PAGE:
June 23, 1966
Dame Fortune smiled on Mrs. Dorothy Davis of Washington on Friday, when she was awarded a check for $20,000, first prize in a national contest sponsored by the Coca-Cola Bottling Company in connection with their diet drink, Tab. The presentation was made at her home Friday afternoon with the press and radio newsmen present, along with a number of friends. Mr. L. T. Christian III, president of the company, gave Mrs. Davis a huge replica of the check before presenting the authentic slip of paper to her.
To enter the contest, Mrs. Davis had filled in an entry blank from a 6-bottle carton of Tab which contained only her name and address and the name of her grocer, which in this case was Baldwin’s Grocery at Washington. She had made six entries using the name of different area stores.
Mrs. Davis chose the check in preference to a large list of prizes available in the contest which included a trip abroad, a new automobile, a fur stole, Paris fashions and many more.
Mrs. Davis is Mayor of the Town of Washington and had just been re-elected to the office in Tuesday’s elections. This will be her seventh term as mayor, though not consecutive.
A benefit supper is planned for Monday, July 4th in connection with the annual fireworks display at Avon Hall and proceeds will go to the Rappahannock County Library. According to William M. Carrigan, chairman of the library, supper will be served at the monument near the courthouse and those attending may take their plates and sit on the hillside facing the lake. There will be recorded band music before and during the fireworks.
An interesting exhibition will be open all weekend of the Fourth at the library. It is important that the people of Rappahannock realize the value of a county library. The local one, housed in a fine old building, contains as good and great a selection of books as can be found in rural Virginia, yet there is no state aid allowed it. The library depends on contributions and the dedication of volunteers for its maintenance and operation.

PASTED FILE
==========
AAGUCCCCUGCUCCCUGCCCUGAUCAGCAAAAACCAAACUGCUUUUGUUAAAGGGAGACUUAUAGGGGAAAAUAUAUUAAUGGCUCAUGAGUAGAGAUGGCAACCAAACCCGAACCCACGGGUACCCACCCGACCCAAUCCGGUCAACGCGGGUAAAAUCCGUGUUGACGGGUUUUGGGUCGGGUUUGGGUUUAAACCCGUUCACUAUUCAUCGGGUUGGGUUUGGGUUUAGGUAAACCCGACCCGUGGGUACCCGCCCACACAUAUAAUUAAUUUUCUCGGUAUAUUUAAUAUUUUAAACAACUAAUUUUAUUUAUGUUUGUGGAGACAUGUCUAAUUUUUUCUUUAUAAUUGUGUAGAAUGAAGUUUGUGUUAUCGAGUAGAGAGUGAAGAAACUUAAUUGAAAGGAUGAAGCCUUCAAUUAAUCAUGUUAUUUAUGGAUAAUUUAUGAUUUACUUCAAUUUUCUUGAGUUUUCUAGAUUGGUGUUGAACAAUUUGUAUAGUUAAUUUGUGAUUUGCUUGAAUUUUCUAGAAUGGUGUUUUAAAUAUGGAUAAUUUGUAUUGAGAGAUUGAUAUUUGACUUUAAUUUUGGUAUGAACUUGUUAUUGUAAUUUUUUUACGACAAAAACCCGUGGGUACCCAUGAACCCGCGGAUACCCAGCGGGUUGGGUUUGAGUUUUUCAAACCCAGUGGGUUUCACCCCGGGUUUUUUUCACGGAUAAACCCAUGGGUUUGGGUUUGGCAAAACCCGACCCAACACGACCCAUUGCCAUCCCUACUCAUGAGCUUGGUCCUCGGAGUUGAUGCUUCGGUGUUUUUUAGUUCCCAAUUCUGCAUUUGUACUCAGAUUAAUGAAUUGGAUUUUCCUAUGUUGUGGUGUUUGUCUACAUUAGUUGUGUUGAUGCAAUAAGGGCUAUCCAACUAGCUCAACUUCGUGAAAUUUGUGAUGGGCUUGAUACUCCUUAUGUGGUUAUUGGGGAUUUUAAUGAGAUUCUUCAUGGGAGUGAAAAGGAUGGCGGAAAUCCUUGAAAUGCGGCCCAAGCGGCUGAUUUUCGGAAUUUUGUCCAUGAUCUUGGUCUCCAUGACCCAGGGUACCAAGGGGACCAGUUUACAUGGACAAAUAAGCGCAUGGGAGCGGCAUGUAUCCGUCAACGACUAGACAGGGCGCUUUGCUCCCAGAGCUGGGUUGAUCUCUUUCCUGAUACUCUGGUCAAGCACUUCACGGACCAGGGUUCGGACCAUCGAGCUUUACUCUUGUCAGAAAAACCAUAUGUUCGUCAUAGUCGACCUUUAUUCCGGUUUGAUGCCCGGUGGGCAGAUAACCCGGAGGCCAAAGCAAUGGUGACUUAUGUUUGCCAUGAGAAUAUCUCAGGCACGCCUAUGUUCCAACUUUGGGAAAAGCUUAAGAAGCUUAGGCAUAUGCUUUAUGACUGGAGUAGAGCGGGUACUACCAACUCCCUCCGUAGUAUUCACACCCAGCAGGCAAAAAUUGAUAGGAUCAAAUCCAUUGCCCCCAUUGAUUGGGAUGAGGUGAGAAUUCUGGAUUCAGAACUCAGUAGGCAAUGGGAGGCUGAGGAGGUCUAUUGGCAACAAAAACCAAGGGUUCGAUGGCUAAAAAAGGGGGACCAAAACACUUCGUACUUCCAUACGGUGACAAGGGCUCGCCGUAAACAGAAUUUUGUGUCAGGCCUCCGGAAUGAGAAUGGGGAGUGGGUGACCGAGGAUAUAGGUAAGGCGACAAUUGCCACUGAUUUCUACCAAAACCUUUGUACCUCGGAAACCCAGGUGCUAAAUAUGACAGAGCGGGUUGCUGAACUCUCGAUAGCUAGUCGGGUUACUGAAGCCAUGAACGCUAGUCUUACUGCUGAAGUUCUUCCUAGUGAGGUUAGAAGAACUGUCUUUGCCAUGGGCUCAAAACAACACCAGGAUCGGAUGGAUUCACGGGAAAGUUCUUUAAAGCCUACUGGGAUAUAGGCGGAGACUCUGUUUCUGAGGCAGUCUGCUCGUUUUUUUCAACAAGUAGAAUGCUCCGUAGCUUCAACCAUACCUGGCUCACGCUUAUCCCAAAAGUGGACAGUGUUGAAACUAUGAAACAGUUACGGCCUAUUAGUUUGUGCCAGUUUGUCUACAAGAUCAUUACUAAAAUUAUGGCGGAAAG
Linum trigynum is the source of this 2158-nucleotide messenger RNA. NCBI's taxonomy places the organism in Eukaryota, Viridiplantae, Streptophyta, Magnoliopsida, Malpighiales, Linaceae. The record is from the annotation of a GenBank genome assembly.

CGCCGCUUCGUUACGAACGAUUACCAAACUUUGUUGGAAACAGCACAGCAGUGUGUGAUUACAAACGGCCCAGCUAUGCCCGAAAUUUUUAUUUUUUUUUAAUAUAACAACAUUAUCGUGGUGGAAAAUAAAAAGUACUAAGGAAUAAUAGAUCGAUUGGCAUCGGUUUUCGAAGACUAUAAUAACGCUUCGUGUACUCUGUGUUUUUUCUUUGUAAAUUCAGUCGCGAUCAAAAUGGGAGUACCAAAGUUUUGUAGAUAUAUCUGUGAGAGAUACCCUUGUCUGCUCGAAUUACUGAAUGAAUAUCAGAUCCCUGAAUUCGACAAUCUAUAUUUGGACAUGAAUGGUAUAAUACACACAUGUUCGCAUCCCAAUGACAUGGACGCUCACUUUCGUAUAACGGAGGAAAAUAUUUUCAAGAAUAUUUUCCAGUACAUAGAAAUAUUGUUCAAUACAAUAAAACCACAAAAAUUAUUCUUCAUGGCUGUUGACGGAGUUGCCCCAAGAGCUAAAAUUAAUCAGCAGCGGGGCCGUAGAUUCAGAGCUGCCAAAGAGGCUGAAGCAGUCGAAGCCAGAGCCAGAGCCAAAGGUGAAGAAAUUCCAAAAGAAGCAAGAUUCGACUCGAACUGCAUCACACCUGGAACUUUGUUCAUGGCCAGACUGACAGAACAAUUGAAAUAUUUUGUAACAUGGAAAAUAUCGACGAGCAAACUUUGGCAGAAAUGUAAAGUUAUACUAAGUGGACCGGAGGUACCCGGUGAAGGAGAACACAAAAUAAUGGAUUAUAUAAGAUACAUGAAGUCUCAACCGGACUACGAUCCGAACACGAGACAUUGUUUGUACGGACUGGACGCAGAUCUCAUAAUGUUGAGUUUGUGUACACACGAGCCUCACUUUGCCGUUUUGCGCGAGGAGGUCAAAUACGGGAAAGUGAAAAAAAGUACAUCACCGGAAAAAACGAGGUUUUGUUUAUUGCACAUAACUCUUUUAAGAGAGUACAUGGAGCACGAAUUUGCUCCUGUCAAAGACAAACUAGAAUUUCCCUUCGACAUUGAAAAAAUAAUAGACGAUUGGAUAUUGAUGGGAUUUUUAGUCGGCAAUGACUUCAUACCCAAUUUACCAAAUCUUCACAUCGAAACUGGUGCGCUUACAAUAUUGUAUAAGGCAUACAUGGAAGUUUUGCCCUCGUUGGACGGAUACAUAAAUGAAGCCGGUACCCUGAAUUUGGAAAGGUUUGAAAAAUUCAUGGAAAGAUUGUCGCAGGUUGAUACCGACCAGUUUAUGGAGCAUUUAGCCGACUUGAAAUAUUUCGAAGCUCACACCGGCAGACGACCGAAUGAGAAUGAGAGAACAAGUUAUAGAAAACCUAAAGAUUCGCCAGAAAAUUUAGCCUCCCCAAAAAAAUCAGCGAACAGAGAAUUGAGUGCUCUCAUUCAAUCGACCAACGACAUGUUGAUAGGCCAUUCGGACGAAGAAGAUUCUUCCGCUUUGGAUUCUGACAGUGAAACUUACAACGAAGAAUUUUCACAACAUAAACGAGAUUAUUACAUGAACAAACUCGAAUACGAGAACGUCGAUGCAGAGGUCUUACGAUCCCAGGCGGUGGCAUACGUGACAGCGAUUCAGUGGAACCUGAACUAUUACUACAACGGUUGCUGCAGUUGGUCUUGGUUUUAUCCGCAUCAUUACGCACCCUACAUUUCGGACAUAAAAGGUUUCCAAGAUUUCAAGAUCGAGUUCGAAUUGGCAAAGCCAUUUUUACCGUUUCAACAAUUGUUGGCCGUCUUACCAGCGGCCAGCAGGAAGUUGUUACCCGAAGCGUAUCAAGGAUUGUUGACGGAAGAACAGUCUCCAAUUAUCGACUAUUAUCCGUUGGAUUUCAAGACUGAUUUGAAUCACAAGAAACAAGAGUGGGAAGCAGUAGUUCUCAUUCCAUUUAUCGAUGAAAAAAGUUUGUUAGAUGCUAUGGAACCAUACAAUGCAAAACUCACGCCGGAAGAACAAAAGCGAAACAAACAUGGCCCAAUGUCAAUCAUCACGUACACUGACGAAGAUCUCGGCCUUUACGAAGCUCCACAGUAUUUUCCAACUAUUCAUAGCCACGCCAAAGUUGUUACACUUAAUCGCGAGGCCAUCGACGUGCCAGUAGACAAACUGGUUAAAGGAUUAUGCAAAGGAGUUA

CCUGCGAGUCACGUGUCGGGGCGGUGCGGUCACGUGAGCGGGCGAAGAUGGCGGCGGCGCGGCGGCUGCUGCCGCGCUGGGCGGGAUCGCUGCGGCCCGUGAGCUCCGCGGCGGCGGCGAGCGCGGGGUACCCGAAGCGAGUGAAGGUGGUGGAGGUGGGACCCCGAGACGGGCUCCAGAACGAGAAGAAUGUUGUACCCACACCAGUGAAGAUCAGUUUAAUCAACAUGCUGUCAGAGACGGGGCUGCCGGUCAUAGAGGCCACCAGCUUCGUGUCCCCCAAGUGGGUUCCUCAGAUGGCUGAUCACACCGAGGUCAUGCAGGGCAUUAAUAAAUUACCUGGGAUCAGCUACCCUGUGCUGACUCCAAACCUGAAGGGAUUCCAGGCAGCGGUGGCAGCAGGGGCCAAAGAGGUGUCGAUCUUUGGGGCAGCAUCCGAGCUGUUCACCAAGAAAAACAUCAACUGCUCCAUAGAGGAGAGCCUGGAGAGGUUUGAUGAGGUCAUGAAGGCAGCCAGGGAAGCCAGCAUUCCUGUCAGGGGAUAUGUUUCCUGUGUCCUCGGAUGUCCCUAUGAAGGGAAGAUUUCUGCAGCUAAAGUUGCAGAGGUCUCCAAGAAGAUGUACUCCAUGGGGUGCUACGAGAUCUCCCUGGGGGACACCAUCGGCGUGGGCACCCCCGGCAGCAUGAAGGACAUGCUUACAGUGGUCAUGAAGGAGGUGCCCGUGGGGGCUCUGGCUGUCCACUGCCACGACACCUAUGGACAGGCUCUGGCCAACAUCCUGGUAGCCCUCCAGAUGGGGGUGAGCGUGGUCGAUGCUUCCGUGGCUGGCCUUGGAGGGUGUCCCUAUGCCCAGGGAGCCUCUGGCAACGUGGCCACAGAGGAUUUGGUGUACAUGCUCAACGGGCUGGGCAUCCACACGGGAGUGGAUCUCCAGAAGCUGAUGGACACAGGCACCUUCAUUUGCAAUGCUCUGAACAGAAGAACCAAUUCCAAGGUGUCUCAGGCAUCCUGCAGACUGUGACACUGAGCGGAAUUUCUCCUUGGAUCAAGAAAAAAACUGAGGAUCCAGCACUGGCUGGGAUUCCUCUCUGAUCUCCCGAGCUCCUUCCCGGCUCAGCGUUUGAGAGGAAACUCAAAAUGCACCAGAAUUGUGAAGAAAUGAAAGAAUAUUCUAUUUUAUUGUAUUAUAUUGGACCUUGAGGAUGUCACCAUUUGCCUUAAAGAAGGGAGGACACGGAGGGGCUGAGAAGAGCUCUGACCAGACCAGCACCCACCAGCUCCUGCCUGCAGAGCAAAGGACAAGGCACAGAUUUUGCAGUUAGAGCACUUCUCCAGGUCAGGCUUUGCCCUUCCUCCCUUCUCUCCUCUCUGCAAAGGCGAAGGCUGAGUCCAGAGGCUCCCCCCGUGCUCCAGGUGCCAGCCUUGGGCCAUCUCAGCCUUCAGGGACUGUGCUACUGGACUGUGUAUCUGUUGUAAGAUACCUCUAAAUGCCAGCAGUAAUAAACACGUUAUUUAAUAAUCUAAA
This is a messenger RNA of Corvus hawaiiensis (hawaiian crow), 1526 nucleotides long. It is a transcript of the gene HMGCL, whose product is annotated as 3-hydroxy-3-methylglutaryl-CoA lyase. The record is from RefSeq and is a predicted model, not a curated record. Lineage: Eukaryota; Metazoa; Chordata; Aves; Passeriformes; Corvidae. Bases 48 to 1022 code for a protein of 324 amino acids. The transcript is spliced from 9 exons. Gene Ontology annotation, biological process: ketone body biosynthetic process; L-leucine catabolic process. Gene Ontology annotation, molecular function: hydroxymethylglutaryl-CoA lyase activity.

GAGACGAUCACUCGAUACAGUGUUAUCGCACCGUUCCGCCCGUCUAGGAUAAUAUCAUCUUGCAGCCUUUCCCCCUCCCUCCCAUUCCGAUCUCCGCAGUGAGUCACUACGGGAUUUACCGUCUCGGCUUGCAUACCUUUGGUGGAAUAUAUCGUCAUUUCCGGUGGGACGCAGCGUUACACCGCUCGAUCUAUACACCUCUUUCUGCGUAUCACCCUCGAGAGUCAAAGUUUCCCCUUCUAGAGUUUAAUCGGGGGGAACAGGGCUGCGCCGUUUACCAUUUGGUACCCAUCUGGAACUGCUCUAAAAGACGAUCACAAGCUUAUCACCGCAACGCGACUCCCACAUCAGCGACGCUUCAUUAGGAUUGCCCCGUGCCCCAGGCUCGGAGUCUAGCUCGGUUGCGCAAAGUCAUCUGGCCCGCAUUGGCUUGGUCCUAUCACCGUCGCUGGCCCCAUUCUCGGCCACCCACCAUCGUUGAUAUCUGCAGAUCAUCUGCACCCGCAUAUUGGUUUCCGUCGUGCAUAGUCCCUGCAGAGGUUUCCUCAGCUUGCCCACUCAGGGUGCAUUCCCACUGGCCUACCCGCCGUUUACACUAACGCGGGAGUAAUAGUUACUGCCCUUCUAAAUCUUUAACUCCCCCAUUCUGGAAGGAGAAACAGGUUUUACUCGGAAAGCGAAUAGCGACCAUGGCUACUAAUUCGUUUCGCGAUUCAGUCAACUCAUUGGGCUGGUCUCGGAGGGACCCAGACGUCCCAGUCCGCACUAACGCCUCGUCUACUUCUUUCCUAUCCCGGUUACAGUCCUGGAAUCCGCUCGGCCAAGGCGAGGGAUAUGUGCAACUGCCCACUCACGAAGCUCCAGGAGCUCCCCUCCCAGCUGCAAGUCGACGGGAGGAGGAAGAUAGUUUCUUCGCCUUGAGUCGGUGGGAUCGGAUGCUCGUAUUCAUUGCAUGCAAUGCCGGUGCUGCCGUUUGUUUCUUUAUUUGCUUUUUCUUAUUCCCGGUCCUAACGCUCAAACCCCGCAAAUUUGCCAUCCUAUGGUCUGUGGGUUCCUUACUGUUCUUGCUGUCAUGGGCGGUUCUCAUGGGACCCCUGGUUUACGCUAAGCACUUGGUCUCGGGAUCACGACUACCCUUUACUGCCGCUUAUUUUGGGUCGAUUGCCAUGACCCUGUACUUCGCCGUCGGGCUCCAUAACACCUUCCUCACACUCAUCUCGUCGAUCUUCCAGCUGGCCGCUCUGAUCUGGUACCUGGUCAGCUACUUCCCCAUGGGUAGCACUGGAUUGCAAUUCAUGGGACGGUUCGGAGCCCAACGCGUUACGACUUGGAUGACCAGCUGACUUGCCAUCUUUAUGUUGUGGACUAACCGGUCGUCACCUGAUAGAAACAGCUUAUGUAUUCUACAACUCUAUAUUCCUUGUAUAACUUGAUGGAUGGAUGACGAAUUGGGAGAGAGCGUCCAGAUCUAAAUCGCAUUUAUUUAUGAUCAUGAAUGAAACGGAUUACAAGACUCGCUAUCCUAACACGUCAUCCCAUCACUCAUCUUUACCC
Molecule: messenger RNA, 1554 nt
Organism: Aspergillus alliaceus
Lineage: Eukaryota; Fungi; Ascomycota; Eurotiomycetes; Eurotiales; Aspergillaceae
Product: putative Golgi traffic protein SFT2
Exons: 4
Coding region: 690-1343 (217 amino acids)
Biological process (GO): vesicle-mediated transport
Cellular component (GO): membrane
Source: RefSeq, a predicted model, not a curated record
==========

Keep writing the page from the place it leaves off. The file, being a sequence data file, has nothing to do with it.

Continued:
Jan. 12, 1978
In Rappahannock County, it’s “work at your own risk” for government employees.
Several months ago, the Supervisors authorized payment of a hospital bill to treat injuries Deputy Ronald Hawkins received on duty at the Amissville Fireman’s Carnival. At the same time, the Supervisors announced that similar hospital bills would not be paid in the future since county employees had the option of joining a group hospitalization insurance program that covered work related accidents.
However, Clerk Diane Bruce informed the Supervisors at last Thursday’s Board meeting that policies available to county employees don’t cover injuries sustained at work. Ms. Bruce said she had received a letter from Blue Cross-Blue Shield stating that such injuries should be taken care of by workmen’s compensation.
“But the county doesn’t have any, as far as I know . . . I don’t know why the county doesn’t have it,” she said, adding that private businesses were required by law to carry workman’s compensation.”
“Our immediate concern is workmen’s compensation,” Ms. Bruce told the board. “You put us on notice that your won’t be responsible. Apparently, nobody’s responsible,” she concluded.
“How many doctors can specialize in a different area every week on patients who never complain? Well, I do,” says Phyllis Irwin, Rappahannock County resident doll doctor.
Although it is only a hobby, her practice continues to build as friends and acquaintances often call on her to mend old dolls, and she just can’t resist the challenge. “It is satisfying to see a doll which was in bad shape, emerge looking like her old self again. They arrive n pathetic condition and their expressions actually seem to chage and they leave smiling,” said Phyllis.
“You don’t want to make an old doll look like new, just restore it to its original state,” Phyllis maintains. “It takes on the average of two or three weeks of steady work to repair a doll that’s in really bad shape. Along with the repair comes a new set of clothing of the proper era and design. Clothes for dolls made prior to 1850 and before the advent of the sewing machine must be handmade. Attire for dolls measuring five inches or less are also handsewn. This way the dolls and their clothes are authentic for that period,” she added.